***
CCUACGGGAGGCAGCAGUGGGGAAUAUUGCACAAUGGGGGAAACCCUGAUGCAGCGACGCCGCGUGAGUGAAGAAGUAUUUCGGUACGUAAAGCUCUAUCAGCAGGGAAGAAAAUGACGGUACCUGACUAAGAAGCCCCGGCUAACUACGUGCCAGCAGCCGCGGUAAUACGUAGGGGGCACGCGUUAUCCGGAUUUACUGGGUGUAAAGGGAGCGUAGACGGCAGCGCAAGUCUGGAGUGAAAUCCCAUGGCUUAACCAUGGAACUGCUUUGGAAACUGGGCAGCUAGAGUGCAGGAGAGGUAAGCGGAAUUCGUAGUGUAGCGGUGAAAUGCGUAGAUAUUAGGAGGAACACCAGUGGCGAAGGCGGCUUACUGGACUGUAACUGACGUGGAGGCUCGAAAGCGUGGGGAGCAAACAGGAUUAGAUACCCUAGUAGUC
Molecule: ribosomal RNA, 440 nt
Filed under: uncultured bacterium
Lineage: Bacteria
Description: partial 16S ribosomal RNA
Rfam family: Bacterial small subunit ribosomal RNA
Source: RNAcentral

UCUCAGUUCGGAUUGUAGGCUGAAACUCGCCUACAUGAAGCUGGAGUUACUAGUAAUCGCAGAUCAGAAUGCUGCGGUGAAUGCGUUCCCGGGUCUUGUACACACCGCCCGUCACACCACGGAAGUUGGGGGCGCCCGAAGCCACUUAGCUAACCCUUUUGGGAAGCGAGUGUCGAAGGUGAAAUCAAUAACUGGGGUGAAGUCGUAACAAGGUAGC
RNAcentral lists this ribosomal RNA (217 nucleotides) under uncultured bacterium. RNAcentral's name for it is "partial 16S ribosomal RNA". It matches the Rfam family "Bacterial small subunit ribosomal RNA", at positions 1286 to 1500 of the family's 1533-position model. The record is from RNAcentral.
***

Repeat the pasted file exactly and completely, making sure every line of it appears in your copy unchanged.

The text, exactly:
CCUACGGGAGGCAGCAGUGGGGAAUAUUGCACAAUGGGGGAAACCCUGAUGCAGCGACGCCGCGUGAGUGAAGAAGUAUUUCGGUACGUAAAGCUCUAUCAGCAGGGAAGAAAAUGACGGUACCUGACUAAGAAGCCCCGGCUAACUACGUGCCAGCAGCCGCGGUAAUACGUAGGGGGCACGCGUUAUCCGGAUUUACUGGGUGUAAAGGGAGCGUAGACGGCAGCGCAAGUCUGGAGUGAAAUCCCAUGGCUUAACCAUGGAACUGCUUUGGAAACUGGGCAGCUAGAGUGCAGGAGAGGUAAGCGGAAUUCGUAGUGUAGCGGUGAAAUGCGUAGAUAUUAGGAGGAACACCAGUGGCGAAGGCGGCUUACUGGACUGUAACUGACGUGGAGGCUCGAAAGCGUGGGGAGCAAACAGGAUUAGAUACCCUAGUAGUC
Molecule: ribosomal RNA, 440 nt
Filed under: uncultured bacterium
Lineage: Bacteria
Description: partial 16S ribosomal RNA
Rfam family: Bacterial small subunit ribosomal RNA
Source: RNAcentral

UCUCAGUUCGGAUUGUAGGCUGAAACUCGCCUACAUGAAGCUGGAGUUACUAGUAAUCGCAGAUCAGAAUGCUGCGGUGAAUGCGUUCCCGGGUCUUGUACACACCGCCCGUCACACCACGGAAGUUGGGGGCGCCCGAAGCCACUUAGCUAACCCUUUUGGGAAGCGAGUGUCGAAGGUGAAAUCAAUAACUGGGGUGAAGUCGUAACAAGGUAGC
RNAcentral lists this ribosomal RNA (217 nucleotides) under uncultured bacterium. RNAcentral's name for it is "partial 16S ribosomal RNA". It matches the Rfam family "Bacterial small subunit ribosomal RNA", at positions 1286 to 1500 of the family's 1533-position model. The record is from RNAcentral.